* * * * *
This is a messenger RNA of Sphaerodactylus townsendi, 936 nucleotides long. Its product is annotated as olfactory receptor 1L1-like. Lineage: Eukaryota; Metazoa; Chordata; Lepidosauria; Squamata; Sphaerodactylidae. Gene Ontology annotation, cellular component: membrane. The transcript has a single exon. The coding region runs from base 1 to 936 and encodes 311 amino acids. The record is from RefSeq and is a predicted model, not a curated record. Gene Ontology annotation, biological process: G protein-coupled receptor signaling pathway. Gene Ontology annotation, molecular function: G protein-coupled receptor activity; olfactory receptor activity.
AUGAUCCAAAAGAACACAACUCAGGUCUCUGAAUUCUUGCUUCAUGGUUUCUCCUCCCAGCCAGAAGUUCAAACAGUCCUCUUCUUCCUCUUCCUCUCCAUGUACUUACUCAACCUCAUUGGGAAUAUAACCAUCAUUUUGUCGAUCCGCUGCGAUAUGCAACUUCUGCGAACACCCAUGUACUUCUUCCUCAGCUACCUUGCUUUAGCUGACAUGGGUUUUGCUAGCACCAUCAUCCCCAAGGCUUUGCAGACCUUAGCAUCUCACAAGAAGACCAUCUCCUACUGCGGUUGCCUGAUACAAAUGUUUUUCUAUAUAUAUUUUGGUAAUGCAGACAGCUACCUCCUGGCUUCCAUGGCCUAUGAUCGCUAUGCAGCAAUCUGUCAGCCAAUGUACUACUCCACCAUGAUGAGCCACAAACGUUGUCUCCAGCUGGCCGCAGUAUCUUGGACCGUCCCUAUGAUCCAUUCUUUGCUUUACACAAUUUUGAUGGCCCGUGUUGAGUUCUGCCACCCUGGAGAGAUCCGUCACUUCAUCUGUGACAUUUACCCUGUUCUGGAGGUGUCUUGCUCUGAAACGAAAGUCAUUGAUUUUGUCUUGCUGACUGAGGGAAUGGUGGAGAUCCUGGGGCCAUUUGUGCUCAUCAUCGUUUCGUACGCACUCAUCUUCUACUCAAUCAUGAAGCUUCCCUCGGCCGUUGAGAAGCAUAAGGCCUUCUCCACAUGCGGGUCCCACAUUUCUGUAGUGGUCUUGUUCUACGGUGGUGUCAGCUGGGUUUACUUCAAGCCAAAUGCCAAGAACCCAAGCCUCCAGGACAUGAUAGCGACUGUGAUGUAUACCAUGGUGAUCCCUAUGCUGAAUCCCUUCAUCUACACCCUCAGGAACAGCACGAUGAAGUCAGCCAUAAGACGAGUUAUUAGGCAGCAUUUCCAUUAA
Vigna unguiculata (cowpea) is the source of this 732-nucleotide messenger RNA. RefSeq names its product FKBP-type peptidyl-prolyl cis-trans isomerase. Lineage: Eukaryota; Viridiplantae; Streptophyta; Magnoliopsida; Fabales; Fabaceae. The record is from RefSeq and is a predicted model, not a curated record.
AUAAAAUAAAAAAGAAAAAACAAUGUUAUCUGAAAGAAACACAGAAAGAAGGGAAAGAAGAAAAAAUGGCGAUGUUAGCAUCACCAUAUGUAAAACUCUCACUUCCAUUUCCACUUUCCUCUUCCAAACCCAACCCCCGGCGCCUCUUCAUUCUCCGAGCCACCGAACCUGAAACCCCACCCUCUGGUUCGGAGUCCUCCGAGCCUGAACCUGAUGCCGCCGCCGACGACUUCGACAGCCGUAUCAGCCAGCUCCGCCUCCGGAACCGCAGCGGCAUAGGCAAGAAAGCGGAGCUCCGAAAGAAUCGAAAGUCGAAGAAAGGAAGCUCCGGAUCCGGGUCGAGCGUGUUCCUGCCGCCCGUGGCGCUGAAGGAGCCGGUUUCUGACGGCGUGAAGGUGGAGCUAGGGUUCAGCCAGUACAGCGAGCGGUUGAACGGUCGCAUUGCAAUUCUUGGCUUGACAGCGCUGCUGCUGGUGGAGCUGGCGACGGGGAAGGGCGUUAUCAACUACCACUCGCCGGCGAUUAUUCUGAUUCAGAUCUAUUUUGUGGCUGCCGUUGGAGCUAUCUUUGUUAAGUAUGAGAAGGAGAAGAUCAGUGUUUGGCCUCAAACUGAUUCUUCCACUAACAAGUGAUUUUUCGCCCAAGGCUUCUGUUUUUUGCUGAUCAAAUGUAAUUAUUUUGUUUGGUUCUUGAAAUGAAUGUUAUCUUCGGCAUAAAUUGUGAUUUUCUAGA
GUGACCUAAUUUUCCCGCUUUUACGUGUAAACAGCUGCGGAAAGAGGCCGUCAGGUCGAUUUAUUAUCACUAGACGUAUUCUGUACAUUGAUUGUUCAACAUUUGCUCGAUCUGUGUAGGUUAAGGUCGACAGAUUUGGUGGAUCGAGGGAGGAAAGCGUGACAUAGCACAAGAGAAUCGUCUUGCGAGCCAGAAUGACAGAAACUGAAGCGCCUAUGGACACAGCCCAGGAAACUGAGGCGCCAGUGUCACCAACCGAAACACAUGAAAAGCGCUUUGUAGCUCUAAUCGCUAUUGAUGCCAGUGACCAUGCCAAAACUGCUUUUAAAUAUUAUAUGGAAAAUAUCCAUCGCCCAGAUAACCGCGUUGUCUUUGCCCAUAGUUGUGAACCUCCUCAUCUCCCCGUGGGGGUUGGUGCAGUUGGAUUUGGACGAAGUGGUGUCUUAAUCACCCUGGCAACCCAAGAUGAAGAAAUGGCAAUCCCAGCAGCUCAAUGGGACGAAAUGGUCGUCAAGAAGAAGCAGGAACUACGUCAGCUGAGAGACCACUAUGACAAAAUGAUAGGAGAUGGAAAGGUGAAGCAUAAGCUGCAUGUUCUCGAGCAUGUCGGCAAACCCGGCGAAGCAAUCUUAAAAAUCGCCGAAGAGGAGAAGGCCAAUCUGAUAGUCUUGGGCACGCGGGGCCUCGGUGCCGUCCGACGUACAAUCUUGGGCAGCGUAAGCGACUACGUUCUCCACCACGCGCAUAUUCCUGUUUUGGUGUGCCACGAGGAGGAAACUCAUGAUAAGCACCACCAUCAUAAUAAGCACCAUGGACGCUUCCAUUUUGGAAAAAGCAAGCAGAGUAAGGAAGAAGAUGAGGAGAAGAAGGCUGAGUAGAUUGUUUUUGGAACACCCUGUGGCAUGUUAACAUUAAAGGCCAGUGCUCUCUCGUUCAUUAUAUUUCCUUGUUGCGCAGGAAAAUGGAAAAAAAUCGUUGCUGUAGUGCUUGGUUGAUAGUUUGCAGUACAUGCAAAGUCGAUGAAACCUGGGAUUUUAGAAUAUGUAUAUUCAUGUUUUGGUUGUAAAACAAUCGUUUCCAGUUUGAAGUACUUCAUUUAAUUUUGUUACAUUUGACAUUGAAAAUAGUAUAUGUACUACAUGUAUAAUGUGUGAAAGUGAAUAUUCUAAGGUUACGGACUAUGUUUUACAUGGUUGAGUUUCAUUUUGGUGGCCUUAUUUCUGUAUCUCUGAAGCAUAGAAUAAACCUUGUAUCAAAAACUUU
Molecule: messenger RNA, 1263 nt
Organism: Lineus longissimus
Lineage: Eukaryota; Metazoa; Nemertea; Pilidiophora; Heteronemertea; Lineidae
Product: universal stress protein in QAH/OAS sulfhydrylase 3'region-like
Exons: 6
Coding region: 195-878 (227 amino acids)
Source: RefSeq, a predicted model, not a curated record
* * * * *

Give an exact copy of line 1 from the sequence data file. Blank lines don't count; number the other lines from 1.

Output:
This is a messenger RNA of Sphaerodactylus townsendi, 936 nucleotides long. Its product is annotated as olfactory receptor 1L1-like. Lineage: Eukaryota; Metazoa; Chordata; Lepidosauria; Squamata; Sphaerodactylidae. Gene Ontology annotation, cellular component: membrane. The transcript has a single exon. The coding region runs from base 1 to 936 and encodes 311 amino acids. The record is from RefSeq and is a predicted model, not a curated record. Gene Ontology annotation, biological process: G protein-coupled receptor signaling pathway. Gene Ontology annotation, molecular function: G protein-coupled receptor activity; olfactory receptor activity.